Lorraine Zago Rosenthal Other Words for Love
368 pp. Delacorte Press (Random House). 2011 ISBN: 978-0-385-73901-6
Full Disclosure: Received ARC for author’s blog tour
Release Date: 1/11/2011
Summary (From the publisher): “When an unexpected inheritance enables Ari to transfer to an elite Manhattan prep school, she makes a wealthy new friend, Leigh. Leigh introduces Ari to the glamorous side of New York—and to her gorgeous cousin, Blake. Ari doesn’t think she stands a chance, but amazingly, Blake asks her out. As their romance heats up, they find themselves involved in an intense, consuming relationship. Ari’s family worries that she is losing touch with the important things in life, like family, hard work, and planning for the future.
When misfortune befalls Blake’s family, he pulls away, and Ari’s world drains of color. As she struggles to get over the breakup, Ari must finally ask herself: were their feelings true love . . . or something else?”
Let me see if I can describe my feelings for this book using “other words for love.” I ADORE this book. I am DELIGHTED by Lorraine’s debut novel. Other Words for Love has ENCHANTED me. Yep, I’m gushing, but this book begs to be gushed over! (And as an English teacher I’m always looking for ways to expand my vocabulary ;))
I was thrilled when this arrived in the mail and immediately bumped it to the top of my reading pile. I knew I’d enjoy this as soon as I started reading; Lorraine’s writing flows with ease. Plus, I connected with Ari as soon as she began describing her best friend Summer. Summer is described as the girl who has it all–stylish clothes, gorgeous hair, good grades, etc. Ari is smart and pretty as well, but she doesn’t always see herself in this way, especially when she’s around Summer. It doesn’t help that Summer ALWAYS has a boyfriend and Ari never does. I connected with Ari because in high school I was constantly wondering when the heck I’d finally get a boyfriend. I had a couple friends like Summer who were often bragging about their boyfriends, which left me feeling, well, rotten and sort of insecure. Ari, though, holds her head high and doesn’t complain. She simply wants to find somone who will love her the way her sister’s husband, Patrick, loves her sister. Don’t we all want that? To find someone who will love us for who we are? This element of the story will hook teenage girls (and adults!) because many of us have felt like Ari.
The dynamics of the many different relationships in this book are wonderful. Ari’s relationship with her mother is good, but definitely strained at times. Ari’s older sister, Evelyn, made a few mistakes growing up. Ari’s mom now looks to Ari as the daughter who will go farther and make something of herself. Talk about pressure! When I was reading, I always knew her mom meant well, but there were times that her mother made me even more grateful for my mom. This tension causes Ari to rely on herself more and become more independent.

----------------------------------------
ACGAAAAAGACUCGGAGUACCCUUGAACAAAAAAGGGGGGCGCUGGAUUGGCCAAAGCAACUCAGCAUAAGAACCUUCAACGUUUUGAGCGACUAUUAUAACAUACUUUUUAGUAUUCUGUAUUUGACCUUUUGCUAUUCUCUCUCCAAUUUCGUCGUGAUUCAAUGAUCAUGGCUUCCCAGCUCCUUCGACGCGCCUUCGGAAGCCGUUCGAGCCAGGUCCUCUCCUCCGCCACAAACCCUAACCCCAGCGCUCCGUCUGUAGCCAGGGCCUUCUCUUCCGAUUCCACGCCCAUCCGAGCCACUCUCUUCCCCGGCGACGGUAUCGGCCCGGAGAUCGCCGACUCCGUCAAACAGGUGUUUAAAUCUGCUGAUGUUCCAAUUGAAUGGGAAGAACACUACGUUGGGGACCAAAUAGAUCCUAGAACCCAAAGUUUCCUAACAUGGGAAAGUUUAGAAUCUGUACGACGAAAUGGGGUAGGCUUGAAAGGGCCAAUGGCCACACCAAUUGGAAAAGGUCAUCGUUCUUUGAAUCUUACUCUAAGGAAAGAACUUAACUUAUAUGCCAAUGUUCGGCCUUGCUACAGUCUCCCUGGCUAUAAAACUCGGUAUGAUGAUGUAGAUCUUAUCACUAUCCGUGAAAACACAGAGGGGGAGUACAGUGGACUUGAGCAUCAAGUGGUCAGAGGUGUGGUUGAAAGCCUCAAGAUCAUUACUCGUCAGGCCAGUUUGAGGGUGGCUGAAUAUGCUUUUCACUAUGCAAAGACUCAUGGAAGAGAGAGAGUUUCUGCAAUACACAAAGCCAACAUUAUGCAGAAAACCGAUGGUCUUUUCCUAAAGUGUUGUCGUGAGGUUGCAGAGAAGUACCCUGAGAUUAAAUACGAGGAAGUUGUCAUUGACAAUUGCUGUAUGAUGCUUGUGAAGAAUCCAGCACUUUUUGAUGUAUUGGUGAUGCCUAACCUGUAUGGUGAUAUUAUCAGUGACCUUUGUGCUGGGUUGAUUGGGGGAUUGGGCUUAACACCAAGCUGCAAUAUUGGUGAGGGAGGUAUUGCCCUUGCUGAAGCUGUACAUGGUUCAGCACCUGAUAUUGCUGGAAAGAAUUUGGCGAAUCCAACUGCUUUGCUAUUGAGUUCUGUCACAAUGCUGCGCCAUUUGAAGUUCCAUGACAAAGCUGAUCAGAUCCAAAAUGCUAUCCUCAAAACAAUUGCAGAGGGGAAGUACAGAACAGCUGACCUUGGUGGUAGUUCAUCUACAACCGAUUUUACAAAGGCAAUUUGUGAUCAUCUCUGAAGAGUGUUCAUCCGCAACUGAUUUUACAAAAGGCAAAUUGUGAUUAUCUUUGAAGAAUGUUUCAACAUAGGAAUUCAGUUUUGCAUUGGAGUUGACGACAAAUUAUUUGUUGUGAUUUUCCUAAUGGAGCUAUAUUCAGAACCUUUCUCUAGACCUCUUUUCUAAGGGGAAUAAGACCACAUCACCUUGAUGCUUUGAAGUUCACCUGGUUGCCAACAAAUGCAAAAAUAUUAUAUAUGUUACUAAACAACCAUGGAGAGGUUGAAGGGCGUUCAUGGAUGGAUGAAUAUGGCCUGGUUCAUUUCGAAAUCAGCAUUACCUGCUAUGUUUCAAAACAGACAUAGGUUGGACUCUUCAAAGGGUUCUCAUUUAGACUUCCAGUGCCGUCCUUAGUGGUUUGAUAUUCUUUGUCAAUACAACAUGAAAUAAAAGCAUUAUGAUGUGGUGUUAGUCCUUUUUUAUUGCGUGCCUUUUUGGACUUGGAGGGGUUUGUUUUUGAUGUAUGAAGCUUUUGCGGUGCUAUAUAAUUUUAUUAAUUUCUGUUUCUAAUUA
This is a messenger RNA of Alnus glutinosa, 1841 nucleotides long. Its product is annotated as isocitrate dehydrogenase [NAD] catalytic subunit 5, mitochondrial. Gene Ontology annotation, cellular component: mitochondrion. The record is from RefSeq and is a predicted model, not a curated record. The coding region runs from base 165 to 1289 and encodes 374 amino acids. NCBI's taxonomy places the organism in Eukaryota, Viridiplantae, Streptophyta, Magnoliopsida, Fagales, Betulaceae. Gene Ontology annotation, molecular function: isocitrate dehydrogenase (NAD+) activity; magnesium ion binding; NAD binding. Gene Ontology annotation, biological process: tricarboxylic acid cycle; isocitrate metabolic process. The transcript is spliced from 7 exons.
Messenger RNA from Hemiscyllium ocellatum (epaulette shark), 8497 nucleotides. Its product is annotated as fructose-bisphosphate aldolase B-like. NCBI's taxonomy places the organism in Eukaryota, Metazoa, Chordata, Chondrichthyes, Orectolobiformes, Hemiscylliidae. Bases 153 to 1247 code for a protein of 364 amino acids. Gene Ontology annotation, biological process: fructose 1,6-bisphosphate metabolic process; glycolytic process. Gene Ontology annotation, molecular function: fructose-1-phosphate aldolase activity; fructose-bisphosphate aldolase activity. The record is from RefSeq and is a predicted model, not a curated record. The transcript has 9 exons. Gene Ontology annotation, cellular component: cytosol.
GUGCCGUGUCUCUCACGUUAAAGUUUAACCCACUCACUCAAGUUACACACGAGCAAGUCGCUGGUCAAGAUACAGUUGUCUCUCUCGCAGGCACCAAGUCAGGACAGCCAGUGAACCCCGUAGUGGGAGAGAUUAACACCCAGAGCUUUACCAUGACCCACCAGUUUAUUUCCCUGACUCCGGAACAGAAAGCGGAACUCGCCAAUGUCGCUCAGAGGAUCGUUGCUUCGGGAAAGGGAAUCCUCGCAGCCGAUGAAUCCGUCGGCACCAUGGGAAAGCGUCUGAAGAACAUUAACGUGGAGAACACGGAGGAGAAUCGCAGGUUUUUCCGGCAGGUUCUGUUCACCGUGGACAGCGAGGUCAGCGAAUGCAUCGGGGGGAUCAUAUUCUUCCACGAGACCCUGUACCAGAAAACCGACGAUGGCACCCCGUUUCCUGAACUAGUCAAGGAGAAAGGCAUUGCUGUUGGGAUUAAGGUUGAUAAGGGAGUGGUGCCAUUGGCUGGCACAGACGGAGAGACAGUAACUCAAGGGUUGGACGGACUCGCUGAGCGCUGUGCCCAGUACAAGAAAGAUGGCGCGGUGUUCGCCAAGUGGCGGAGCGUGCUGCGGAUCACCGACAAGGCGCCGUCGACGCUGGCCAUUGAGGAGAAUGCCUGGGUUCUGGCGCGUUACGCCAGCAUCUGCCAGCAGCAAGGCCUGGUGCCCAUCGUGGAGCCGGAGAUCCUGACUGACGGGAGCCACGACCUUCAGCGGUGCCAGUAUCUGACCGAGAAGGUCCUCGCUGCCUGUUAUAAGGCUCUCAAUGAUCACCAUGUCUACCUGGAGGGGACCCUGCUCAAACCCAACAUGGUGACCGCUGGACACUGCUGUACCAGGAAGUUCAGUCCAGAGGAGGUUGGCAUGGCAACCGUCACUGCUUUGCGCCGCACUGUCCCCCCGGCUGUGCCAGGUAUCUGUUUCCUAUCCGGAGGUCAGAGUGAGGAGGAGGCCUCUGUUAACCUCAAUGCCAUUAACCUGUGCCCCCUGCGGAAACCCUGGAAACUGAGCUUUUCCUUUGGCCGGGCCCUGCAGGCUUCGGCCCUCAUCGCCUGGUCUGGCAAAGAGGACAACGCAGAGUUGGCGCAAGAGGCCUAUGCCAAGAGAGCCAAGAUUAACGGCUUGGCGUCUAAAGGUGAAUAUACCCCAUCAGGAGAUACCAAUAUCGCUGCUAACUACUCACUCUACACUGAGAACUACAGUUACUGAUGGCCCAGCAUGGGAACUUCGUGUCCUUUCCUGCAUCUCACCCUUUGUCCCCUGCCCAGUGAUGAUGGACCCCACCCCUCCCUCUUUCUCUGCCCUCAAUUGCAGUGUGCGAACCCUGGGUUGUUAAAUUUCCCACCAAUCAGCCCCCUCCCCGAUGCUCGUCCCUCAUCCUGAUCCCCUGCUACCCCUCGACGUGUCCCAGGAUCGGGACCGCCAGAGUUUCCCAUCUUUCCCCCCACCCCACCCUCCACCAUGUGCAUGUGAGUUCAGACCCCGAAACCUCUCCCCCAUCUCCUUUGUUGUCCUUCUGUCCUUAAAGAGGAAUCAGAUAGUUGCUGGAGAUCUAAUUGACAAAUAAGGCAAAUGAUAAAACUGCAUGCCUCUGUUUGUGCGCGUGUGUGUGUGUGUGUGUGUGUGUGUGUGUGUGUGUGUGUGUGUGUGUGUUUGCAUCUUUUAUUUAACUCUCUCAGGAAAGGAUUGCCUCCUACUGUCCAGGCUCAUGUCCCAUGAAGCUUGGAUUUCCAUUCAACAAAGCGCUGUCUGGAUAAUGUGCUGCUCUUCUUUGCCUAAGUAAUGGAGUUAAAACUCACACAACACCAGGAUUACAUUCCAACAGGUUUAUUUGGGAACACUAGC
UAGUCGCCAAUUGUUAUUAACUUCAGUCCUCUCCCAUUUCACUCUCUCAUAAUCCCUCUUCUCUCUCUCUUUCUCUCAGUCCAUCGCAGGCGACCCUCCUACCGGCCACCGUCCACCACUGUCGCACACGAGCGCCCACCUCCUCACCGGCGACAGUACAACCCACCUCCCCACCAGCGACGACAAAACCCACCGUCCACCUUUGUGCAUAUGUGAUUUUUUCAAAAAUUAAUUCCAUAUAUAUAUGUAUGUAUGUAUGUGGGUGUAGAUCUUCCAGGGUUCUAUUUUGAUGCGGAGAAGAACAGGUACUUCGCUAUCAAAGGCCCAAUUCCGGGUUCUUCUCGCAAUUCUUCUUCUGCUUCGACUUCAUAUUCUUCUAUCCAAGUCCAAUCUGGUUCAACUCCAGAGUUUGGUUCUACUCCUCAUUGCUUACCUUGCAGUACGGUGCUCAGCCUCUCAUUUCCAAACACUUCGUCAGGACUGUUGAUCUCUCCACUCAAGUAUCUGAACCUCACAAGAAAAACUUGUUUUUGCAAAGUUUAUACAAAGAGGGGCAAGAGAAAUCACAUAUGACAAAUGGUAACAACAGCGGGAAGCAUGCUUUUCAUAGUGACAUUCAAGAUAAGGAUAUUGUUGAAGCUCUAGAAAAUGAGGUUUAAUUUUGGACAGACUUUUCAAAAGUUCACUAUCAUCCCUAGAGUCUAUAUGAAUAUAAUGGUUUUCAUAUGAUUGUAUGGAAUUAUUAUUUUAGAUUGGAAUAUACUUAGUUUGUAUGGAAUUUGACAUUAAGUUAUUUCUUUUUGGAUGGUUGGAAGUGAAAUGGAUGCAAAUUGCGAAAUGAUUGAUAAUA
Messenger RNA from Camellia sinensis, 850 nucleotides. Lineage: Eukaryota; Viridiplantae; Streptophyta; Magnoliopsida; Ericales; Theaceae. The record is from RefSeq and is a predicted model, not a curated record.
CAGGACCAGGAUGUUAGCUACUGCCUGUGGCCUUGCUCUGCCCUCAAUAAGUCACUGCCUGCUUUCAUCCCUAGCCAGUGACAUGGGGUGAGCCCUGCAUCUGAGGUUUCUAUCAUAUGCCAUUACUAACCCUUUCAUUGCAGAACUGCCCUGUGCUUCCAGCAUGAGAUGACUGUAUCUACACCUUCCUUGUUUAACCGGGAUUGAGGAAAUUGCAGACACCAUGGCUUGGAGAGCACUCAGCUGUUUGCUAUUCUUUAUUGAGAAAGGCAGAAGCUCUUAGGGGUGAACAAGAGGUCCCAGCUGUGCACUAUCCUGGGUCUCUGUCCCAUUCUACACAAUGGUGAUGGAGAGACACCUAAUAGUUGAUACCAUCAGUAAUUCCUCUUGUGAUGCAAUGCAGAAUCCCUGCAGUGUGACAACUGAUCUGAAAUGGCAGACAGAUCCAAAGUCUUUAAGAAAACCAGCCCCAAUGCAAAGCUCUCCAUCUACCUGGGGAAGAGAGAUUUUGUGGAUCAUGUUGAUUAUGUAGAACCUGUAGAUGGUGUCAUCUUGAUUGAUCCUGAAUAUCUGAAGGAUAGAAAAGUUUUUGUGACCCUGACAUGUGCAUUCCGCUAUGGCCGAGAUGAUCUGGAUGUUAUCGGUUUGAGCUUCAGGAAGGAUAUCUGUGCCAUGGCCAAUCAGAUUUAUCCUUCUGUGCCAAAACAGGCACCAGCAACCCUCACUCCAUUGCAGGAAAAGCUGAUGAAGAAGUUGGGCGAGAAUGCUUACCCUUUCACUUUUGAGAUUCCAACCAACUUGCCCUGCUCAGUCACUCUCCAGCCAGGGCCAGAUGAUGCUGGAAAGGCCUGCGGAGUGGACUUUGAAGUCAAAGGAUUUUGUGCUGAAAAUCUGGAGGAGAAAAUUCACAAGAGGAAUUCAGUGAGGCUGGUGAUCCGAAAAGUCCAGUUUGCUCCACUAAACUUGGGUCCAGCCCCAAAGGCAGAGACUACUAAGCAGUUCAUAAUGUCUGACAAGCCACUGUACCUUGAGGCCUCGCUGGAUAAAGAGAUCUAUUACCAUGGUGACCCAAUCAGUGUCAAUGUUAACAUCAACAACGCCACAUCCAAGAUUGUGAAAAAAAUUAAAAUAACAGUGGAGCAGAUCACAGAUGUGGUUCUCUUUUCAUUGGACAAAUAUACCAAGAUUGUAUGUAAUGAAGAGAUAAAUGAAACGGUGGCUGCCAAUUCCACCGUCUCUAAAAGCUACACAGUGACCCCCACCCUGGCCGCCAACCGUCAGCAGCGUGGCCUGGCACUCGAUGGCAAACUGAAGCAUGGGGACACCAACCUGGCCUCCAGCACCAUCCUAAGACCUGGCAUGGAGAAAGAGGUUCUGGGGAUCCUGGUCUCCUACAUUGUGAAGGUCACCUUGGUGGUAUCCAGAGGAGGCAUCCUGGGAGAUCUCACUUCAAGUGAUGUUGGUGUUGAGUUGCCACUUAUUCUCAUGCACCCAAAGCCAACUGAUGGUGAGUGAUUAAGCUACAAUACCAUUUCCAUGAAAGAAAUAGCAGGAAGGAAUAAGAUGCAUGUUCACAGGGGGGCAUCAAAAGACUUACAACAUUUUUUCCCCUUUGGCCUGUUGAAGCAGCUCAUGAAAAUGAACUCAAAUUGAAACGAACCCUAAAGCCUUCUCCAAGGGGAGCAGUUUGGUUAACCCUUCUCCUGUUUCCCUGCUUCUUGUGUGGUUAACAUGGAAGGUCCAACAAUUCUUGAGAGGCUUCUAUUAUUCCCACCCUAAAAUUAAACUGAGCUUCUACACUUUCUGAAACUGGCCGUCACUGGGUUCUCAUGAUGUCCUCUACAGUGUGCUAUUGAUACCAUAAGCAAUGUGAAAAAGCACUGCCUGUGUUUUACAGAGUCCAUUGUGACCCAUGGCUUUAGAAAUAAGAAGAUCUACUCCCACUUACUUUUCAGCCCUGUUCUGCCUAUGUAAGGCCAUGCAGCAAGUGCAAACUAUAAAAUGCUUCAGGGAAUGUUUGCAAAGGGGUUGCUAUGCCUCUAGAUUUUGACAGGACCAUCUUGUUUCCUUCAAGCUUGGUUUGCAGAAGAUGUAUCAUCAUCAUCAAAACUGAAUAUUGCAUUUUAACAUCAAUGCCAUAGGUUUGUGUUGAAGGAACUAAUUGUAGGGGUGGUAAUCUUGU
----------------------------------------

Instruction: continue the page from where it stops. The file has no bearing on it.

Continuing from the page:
Ari and Blake’s relationship is written superbly; it’s very believable as a first-love relationship. They’re completely enraptured with each other, but nervous about making the wrong moves as well. Ari’s hesitations about becoming more serious with Blake are written with care; I remember feeling the same nerves and worries. Ari, even though she’s wrapped up in everything Blake, develops more self-esteem and independence. I kept cheering their relationship on, and even forgot about the telling summary description. Lorraine did such a fabulous job writing Ari’s rollercoaster life, that I know girls will learn from this and respond with high praises. Not all relationships end in marriage, and teenage girls especially need to understand this. Quite a few of my female students have come to me after their long-term relationships ended needing someone to talk to and asking for advice. I’m definitely handing them a copy of Other Words for Love.
I excitedly give Other Words for Love five stars. This is a beautiful book that teen girls should read and teachers and librarians need in their libraries. If you enjoyed Sarah Dessen’s Someone Like You and/or Judy Blume’s Forever, you are sure to enjoy this debut novel. I’m very much looking forward to reading more of Lorraine’s novels. 🙂